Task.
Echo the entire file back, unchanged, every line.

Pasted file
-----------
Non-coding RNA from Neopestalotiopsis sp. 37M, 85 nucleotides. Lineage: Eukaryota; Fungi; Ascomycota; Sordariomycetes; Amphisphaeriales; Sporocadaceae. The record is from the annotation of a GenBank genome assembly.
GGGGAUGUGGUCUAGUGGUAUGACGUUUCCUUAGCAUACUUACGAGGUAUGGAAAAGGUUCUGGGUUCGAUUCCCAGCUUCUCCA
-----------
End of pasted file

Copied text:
Non-coding RNA from Neopestalotiopsis sp. 37M, 85 nucleotides. Lineage: Eukaryota; Fungi; Ascomycota; Sordariomycetes; Amphisphaeriales; Sporocadaceae. The record is from the annotation of a GenBank genome assembly.
GGGGAUGUGGUCUAGUGGUAUGACGUUUCCUUAGCAUACUUACGAGGUAUGGAAAAGGUUCUGGGUUCGAUUCCCAGCUUCUCCA